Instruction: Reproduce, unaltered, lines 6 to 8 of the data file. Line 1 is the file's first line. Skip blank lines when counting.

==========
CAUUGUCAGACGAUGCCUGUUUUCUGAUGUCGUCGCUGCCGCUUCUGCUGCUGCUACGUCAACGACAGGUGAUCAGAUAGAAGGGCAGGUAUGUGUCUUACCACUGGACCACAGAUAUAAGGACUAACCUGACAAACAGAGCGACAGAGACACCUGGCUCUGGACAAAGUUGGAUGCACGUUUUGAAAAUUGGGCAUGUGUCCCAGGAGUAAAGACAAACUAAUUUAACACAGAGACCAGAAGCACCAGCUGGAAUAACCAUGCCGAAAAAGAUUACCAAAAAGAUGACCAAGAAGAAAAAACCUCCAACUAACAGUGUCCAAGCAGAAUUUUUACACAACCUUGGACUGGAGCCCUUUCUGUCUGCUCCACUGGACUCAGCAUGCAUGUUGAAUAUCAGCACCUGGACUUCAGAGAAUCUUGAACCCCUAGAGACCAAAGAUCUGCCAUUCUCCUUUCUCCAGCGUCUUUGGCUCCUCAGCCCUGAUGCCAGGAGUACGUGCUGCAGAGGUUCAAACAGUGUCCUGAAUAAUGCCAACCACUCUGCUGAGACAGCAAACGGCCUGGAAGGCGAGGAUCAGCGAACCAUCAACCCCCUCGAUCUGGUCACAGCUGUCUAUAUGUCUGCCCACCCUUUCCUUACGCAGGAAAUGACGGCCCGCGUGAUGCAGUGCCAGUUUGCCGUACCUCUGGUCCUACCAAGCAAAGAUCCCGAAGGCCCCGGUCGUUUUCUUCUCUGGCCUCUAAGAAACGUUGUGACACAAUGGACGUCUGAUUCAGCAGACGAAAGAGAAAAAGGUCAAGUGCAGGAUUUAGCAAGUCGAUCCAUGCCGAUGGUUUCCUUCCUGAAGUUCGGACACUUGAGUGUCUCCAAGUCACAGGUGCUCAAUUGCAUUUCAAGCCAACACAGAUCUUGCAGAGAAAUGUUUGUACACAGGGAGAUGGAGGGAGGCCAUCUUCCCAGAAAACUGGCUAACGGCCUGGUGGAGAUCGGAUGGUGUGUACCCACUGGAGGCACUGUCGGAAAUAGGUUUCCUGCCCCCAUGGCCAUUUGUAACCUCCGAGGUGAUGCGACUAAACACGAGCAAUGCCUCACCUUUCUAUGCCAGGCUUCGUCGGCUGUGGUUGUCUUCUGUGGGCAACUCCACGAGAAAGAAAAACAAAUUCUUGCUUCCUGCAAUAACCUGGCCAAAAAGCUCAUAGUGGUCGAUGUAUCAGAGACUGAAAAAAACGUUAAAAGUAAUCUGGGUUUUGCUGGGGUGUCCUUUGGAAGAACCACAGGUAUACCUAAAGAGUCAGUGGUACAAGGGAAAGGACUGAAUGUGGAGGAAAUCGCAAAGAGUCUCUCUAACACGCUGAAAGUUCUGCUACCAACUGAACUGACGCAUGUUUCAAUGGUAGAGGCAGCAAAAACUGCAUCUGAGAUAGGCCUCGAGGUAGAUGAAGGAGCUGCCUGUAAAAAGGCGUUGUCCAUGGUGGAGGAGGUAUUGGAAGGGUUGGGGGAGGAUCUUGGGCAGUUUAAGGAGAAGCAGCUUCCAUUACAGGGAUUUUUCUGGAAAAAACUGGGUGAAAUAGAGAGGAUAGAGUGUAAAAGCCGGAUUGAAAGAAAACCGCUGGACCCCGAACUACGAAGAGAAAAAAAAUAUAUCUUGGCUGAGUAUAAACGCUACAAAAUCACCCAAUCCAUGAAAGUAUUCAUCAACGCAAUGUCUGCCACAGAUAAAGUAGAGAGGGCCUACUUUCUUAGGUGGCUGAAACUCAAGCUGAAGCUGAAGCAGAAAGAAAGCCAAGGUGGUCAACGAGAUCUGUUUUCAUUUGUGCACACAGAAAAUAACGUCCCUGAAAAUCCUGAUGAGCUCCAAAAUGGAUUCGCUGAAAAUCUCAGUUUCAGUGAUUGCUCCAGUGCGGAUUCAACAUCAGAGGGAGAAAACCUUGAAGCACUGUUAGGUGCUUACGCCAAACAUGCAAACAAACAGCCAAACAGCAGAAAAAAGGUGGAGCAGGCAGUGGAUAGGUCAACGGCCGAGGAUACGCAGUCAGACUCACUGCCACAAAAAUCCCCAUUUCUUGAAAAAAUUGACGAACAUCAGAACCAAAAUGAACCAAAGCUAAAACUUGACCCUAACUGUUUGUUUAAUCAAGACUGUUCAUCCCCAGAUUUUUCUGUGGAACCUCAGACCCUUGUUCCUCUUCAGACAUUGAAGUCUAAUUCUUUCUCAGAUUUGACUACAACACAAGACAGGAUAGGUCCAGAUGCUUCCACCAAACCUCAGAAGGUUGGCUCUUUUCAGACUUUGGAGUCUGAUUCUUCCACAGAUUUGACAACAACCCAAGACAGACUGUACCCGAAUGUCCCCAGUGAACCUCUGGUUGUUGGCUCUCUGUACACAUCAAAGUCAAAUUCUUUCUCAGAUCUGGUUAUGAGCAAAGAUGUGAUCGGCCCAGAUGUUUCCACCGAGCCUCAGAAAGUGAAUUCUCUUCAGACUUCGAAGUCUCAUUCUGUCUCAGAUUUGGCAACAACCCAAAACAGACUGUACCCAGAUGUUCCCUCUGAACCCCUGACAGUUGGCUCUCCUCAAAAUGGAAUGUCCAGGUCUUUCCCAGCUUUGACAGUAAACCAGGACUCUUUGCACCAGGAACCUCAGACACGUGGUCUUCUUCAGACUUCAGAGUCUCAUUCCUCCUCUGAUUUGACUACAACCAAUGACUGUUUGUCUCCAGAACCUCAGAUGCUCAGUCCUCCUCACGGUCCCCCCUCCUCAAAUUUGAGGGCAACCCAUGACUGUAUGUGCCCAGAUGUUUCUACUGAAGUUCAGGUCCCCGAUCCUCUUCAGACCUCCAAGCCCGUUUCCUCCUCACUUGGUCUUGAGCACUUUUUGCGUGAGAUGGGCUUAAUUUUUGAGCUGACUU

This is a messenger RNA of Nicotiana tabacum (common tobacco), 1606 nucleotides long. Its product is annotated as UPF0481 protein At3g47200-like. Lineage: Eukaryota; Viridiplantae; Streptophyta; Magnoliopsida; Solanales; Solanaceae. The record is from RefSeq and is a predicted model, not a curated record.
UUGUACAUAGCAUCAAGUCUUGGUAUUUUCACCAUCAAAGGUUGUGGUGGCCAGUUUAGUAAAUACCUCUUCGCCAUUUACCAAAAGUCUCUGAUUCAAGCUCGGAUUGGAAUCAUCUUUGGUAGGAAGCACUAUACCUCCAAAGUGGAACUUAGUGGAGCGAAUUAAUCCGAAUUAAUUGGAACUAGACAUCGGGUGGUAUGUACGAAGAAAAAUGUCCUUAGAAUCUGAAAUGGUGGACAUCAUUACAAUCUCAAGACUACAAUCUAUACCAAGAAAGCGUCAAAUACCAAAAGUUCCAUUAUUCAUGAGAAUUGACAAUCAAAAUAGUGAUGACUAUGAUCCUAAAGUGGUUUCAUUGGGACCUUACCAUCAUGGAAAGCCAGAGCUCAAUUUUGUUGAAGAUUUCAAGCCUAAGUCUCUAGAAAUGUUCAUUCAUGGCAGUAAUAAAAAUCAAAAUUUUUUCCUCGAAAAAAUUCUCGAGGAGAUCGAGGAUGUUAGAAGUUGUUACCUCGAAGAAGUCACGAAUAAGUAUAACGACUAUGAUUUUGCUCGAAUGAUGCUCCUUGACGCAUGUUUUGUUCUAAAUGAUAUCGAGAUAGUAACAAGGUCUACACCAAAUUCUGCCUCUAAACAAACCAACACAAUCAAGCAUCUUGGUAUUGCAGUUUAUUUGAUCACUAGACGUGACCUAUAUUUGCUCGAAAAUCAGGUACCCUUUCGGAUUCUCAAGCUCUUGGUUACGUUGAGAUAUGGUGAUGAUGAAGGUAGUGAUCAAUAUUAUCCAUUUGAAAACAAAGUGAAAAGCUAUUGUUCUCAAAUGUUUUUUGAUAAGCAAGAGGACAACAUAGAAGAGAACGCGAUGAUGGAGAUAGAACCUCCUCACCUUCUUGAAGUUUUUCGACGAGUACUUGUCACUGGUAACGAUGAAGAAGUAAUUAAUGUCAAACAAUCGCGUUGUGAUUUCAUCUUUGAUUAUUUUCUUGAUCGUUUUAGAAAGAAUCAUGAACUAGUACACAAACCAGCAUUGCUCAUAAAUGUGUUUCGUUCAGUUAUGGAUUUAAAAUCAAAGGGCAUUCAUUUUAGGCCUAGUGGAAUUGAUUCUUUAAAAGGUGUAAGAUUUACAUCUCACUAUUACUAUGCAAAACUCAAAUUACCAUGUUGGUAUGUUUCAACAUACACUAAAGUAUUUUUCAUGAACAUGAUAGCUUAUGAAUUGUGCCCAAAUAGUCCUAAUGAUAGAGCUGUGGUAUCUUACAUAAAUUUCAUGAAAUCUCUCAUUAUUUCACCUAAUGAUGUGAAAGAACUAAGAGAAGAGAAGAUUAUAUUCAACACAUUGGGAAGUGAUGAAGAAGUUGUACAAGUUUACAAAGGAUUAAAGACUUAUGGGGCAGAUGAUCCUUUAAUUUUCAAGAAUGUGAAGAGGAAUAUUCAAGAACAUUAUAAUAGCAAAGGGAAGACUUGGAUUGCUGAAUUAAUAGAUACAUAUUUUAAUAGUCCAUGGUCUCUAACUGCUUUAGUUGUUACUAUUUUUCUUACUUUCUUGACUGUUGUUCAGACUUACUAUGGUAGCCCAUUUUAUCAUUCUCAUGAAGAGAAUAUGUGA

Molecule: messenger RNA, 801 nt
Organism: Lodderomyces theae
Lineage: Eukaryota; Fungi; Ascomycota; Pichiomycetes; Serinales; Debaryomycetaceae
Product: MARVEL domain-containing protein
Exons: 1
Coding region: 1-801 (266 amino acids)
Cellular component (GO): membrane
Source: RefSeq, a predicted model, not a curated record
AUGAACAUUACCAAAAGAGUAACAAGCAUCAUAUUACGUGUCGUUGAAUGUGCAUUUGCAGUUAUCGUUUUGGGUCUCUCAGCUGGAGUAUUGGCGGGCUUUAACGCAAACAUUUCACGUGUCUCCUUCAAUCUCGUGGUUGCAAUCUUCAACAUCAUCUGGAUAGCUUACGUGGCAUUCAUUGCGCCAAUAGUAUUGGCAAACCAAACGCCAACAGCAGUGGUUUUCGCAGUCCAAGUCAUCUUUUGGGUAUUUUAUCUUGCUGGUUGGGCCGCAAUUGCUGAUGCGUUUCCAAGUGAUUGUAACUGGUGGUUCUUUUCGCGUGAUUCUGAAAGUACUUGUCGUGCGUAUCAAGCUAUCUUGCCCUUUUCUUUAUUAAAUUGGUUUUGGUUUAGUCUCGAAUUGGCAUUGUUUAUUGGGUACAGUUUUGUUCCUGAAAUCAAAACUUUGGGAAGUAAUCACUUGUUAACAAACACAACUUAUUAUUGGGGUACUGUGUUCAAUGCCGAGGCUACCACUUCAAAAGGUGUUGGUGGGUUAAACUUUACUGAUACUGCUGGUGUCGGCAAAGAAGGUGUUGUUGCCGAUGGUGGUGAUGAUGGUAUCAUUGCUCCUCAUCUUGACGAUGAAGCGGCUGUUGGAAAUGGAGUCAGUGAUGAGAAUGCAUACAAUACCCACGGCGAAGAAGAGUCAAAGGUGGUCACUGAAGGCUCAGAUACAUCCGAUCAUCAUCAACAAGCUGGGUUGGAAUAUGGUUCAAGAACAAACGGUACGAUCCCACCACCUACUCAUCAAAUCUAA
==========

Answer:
Lineage: Eukaryota; Fungi; Ascomycota; Pichiomycetes; Serinales; Debaryomycetaceae
Product: MARVEL domain-containing protein
Exons: 1